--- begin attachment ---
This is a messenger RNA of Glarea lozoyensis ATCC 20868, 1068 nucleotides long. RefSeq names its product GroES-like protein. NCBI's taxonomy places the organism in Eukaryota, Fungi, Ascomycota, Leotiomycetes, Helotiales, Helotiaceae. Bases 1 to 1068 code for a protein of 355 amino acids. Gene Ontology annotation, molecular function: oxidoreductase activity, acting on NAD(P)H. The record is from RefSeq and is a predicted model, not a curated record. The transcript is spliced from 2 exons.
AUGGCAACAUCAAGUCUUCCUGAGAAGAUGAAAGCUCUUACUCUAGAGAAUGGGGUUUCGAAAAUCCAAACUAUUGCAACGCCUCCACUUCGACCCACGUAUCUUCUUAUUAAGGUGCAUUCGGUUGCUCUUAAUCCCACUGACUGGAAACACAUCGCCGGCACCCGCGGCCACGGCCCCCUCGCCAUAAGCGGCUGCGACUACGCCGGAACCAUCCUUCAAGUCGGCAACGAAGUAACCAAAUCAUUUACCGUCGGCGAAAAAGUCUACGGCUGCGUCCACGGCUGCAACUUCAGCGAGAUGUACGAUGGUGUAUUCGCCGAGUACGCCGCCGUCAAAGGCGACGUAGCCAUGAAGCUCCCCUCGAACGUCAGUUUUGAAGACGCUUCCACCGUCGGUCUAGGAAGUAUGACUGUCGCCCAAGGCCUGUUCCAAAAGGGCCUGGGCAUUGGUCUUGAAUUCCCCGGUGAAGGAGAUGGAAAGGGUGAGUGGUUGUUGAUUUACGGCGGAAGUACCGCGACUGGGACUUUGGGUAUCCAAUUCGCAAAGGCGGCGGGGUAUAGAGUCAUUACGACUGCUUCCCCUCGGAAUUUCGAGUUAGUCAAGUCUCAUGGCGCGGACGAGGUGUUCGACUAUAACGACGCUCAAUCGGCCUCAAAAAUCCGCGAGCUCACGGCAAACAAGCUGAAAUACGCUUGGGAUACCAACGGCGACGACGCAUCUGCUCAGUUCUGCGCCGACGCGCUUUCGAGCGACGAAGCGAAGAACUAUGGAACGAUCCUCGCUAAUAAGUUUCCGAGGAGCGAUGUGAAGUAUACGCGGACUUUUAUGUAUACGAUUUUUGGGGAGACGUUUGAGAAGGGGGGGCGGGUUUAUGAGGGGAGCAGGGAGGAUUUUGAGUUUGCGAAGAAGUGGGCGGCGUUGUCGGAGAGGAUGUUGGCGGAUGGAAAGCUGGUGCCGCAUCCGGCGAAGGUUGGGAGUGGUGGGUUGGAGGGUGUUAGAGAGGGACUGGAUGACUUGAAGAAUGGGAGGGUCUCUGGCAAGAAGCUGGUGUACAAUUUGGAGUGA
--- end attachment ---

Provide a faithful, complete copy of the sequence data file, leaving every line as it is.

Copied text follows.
This is a messenger RNA of Glarea lozoyensis ATCC 20868, 1068 nucleotides long. RefSeq names its product GroES-like protein. NCBI's taxonomy places the organism in Eukaryota, Fungi, Ascomycota, Leotiomycetes, Helotiales, Helotiaceae. Bases 1 to 1068 code for a protein of 355 amino acids. Gene Ontology annotation, molecular function: oxidoreductase activity, acting on NAD(P)H. The record is from RefSeq and is a predicted model, not a curated record. The transcript is spliced from 2 exons.
AUGGCAACAUCAAGUCUUCCUGAGAAGAUGAAAGCUCUUACUCUAGAGAAUGGGGUUUCGAAAAUCCAAACUAUUGCAACGCCUCCACUUCGACCCACGUAUCUUCUUAUUAAGGUGCAUUCGGUUGCUCUUAAUCCCACUGACUGGAAACACAUCGCCGGCACCCGCGGCCACGGCCCCCUCGCCAUAAGCGGCUGCGACUACGCCGGAACCAUCCUUCAAGUCGGCAACGAAGUAACCAAAUCAUUUACCGUCGGCGAAAAAGUCUACGGCUGCGUCCACGGCUGCAACUUCAGCGAGAUGUACGAUGGUGUAUUCGCCGAGUACGCCGCCGUCAAAGGCGACGUAGCCAUGAAGCUCCCCUCGAACGUCAGUUUUGAAGACGCUUCCACCGUCGGUCUAGGAAGUAUGACUGUCGCCCAAGGCCUGUUCCAAAAGGGCCUGGGCAUUGGUCUUGAAUUCCCCGGUGAAGGAGAUGGAAAGGGUGAGUGGUUGUUGAUUUACGGCGGAAGUACCGCGACUGGGACUUUGGGUAUCCAAUUCGCAAAGGCGGCGGGGUAUAGAGUCAUUACGACUGCUUCCCCUCGGAAUUUCGAGUUAGUCAAGUCUCAUGGCGCGGACGAGGUGUUCGACUAUAACGACGCUCAAUCGGCCUCAAAAAUCCGCGAGCUCACGGCAAACAAGCUGAAAUACGCUUGGGAUACCAACGGCGACGACGCAUCUGCUCAGUUCUGCGCCGACGCGCUUUCGAGCGACGAAGCGAAGAACUAUGGAACGAUCCUCGCUAAUAAGUUUCCGAGGAGCGAUGUGAAGUAUACGCGGACUUUUAUGUAUACGAUUUUUGGGGAGACGUUUGAGAAGGGGGGGCGGGUUUAUGAGGGGAGCAGGGAGGAUUUUGAGUUUGCGAAGAAGUGGGCGGCGUUGUCGGAGAGGAUGUUGGCGGAUGGAAAGCUGGUGCCGCAUCCGGCGAAGGUUGGGAGUGGUGGGUUGGAGGGUGUUAGAGAGGGACUGGAUGACUUGAAGAAUGGGAGGGUCUCUGGCAAGAAGCUGGUGUACAAUUUGGAGUGA